Hanlong Misses Deadline for $1.19 Billion Sundance Iron BidBloomberg News
The missing billionaire chairman of Sichuan Hanlong Group, reportedly in police custody, faces the collapse of his company’s $1.19 billion takeover of Australia’s Sundance Resources Ltd. as a term-sheet deadline looms.
Closely held Hanlong won’t deliver a term sheet to acquire Sundance by 5 p.m. in Perth today and the deal can be ended if further talks don’t lead to an agreement by April 3, Sundance said in a statement. The target said March 21 it hasn’t been able to reach Liu Han and the official Xinhua News Agency reported March 22 that a man with the same name is under investigation for sheltering a murder suspect.
Liu Han’s disappearance has compounded Hanlong’s struggles to secure funding and government approval for its acquisition of the iron ore miner. Hanlong reduced its original October 2011 bid last year after iron ore prices plunged. The deadline for the term sheet was extended when China Development Bank Corp. failed to agree on a loan.
“It’s been a very long process that has failed,” said Evan Lucas, market strategist at IG Markets Ltd. in Melbourne. “The underlying commodity is moving in the wrong direction.”
Sundance’s shares were suspended March 19 after trading in Sydney at 21 Australian cents, below Hanlong’s offer of 45 cents a share, signaling investors don’t expect the deal to succeed. Hanlong, which holds about 14 percent of Perth-based Sundance, in August cut its bid for Sundance by 21 percent to 45 cents. The shares have fallen more than 46 percent since Nov. 30.
“In light of this advice from Hanlong, Sundance and Hanlong are required to enter into a five business day good faith consultation period,” Sundance said in the statement. “If the parties fail to reach an agreement during that period, either party may then terminate,” the deal, it said.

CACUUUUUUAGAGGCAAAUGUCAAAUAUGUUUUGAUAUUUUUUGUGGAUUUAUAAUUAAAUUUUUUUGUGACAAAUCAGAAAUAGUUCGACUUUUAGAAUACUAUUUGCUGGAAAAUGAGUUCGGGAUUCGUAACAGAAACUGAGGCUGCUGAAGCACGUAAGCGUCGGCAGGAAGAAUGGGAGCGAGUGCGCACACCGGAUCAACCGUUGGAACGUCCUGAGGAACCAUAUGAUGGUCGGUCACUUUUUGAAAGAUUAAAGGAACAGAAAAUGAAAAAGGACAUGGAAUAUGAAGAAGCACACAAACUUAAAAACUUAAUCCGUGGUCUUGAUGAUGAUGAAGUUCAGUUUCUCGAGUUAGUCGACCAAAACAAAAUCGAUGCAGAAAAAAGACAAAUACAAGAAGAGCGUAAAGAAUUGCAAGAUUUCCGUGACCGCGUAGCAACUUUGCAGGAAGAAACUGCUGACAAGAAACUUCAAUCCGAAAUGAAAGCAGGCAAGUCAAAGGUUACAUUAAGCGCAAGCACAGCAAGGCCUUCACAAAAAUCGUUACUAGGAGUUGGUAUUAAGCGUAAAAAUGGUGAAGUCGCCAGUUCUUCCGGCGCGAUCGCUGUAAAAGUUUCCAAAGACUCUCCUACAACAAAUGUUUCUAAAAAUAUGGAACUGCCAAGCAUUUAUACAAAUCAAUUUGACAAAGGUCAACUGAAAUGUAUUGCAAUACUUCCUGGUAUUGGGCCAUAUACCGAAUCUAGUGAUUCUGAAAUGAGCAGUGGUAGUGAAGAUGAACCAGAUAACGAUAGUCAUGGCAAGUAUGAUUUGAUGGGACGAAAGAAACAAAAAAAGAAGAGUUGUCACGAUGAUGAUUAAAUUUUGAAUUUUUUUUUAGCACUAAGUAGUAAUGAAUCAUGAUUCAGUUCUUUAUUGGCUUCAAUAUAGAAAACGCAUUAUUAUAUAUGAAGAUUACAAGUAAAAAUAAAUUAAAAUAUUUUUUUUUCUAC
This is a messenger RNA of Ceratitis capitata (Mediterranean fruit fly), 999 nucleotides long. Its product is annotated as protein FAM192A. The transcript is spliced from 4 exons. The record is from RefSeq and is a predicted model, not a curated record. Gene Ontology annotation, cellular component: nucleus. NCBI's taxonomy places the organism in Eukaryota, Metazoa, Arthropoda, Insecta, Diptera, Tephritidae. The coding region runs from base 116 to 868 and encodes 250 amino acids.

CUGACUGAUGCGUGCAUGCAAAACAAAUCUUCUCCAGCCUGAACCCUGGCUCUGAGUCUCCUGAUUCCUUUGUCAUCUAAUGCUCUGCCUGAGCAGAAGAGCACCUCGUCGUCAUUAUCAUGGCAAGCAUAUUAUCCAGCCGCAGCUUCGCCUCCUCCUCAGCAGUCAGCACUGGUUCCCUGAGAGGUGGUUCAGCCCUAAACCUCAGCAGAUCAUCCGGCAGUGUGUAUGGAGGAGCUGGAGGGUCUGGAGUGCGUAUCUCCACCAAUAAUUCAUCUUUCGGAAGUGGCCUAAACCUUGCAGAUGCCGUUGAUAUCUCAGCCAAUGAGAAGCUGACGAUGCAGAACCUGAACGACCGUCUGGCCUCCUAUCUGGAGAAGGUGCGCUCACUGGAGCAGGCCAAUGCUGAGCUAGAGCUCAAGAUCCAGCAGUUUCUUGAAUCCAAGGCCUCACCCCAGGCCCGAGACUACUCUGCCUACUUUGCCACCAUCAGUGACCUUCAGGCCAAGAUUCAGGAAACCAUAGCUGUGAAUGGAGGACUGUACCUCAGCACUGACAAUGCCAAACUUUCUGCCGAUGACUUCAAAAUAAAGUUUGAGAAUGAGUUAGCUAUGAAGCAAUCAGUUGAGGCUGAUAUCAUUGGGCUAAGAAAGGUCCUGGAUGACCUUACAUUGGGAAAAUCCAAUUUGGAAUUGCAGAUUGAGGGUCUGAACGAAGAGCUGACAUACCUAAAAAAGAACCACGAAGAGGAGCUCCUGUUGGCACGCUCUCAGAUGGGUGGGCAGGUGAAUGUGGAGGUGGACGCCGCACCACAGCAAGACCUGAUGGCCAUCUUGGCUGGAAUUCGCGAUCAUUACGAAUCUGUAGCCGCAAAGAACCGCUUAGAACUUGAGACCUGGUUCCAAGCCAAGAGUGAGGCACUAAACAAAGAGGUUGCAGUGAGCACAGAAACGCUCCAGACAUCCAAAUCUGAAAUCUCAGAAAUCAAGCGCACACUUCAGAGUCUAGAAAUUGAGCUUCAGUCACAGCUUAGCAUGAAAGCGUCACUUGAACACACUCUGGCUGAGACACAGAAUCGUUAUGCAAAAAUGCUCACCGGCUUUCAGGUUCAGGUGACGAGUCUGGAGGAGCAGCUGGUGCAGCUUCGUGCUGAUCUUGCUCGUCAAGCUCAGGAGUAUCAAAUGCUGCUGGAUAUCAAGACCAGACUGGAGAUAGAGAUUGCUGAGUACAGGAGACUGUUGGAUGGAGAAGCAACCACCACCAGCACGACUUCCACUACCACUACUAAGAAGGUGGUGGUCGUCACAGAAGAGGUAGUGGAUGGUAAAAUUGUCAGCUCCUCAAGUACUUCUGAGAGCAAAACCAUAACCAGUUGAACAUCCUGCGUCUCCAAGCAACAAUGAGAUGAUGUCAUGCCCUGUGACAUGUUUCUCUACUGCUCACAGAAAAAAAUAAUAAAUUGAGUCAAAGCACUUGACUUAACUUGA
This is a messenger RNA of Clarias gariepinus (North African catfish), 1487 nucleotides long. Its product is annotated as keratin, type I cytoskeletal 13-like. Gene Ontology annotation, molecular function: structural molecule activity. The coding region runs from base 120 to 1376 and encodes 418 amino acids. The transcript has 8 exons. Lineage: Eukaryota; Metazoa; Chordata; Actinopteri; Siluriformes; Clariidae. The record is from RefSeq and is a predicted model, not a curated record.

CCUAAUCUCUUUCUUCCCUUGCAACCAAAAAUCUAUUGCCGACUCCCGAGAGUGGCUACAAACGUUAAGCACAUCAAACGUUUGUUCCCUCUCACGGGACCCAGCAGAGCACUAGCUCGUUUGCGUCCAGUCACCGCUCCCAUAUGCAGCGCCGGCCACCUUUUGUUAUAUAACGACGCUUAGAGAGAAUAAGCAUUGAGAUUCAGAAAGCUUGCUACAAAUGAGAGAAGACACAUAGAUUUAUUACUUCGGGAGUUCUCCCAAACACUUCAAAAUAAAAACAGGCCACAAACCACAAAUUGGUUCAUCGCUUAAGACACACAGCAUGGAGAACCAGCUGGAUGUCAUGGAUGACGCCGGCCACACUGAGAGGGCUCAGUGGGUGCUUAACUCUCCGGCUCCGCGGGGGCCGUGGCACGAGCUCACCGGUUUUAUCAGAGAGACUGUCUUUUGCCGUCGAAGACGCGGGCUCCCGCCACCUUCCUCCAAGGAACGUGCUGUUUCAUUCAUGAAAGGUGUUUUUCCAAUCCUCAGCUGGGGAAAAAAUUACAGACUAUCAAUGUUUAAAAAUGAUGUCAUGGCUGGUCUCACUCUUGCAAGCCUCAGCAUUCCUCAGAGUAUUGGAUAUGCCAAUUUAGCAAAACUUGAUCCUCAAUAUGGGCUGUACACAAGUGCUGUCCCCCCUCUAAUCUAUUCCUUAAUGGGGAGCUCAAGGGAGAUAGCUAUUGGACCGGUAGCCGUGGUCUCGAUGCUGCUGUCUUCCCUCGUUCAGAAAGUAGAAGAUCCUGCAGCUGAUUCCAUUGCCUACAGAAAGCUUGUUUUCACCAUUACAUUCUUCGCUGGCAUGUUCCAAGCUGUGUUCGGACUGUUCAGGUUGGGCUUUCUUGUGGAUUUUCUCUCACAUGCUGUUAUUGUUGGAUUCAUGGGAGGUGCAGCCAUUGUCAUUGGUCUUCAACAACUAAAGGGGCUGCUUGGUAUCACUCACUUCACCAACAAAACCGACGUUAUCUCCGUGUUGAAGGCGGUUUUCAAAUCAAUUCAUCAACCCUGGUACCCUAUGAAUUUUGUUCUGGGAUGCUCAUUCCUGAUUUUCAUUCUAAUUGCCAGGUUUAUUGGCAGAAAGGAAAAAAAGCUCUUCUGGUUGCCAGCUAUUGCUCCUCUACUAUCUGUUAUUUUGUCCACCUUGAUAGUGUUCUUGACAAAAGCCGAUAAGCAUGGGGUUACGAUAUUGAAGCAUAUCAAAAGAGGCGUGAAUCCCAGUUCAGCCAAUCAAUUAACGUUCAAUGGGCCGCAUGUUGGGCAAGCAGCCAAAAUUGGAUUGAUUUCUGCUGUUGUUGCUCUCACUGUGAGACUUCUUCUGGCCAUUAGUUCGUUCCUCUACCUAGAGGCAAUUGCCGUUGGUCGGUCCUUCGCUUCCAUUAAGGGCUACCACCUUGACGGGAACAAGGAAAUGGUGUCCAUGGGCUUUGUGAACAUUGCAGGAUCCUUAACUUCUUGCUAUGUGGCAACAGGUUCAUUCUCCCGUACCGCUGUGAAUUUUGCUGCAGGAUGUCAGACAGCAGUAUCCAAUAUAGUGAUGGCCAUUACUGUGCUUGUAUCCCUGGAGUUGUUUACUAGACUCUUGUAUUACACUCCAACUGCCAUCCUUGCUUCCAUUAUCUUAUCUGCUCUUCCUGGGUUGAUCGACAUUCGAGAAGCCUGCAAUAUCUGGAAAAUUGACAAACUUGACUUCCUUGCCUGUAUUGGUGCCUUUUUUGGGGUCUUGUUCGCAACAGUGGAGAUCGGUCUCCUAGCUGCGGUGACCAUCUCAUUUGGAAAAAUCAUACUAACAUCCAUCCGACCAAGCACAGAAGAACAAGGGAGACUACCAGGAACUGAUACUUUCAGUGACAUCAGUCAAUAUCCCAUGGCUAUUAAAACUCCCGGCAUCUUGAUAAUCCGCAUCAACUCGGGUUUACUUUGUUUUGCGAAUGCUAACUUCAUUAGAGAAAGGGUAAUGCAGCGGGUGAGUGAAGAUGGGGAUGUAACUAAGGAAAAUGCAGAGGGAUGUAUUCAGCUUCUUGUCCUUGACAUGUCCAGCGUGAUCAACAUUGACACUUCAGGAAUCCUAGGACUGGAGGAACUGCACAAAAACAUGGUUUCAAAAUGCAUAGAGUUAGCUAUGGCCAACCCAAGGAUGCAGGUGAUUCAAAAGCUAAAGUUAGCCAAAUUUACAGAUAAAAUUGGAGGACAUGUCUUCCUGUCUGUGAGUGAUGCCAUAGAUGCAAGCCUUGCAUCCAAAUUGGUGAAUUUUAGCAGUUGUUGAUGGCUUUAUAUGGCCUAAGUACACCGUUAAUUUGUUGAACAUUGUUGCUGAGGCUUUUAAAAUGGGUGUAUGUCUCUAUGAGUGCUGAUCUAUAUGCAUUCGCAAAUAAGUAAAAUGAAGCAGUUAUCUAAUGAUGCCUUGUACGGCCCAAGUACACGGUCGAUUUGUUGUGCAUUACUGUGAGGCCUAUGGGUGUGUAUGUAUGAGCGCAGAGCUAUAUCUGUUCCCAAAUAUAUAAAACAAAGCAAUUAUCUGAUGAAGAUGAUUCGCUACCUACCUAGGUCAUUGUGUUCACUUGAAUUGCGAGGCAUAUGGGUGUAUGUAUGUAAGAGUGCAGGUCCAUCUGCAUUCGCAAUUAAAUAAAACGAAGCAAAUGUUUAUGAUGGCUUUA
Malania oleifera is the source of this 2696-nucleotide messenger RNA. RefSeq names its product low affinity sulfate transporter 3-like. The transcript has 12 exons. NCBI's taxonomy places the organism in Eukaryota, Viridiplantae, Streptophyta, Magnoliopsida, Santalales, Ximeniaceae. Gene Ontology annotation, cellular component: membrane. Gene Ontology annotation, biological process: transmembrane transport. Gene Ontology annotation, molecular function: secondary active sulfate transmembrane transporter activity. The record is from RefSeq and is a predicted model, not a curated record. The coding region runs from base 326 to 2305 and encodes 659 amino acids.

A March 22 Xinhua report posted to the website of China’s Ministry of Public Security said the murder suspect who had been given shelter was Liu Yong, from the city of Guanghan in Sichuan province. The article said his brother, Liu Han, was being investigated for harboring him, without identifying Liu Han as Hanlong’s chairman.
Hanlong Chairman Liu Han’s residence is also in Guanghan, according to a 2003 statement by Sichuan Jinlu Group, which is part-owned by Hanlong. In a March 20 statement, Jinlu said it wasn’t able to get in touch with him.
Xinhua reported in 2009 that a man named Liu Yong incited gunmen to kill three people at an outdoor teahouse in the Sichuan city of Deyang.
Liu Han’s past also includes escaping an attack by hired gunmen. Xinhua reported in 2006 that a businessman from Sichuan province named Liu Han was the target of a 1997 assassination attempt by another businessman who blamed him for the loss of more than 90 million yuan. A hit man hired by Yuan Baojing tried to kill Liu Han and failed, according to Xinhua. Yuan was executed in 2006 for killing another man who threatened to expose the murder plot, Xinhua reported, without identifying Liu Han as Hanlong’s chairman.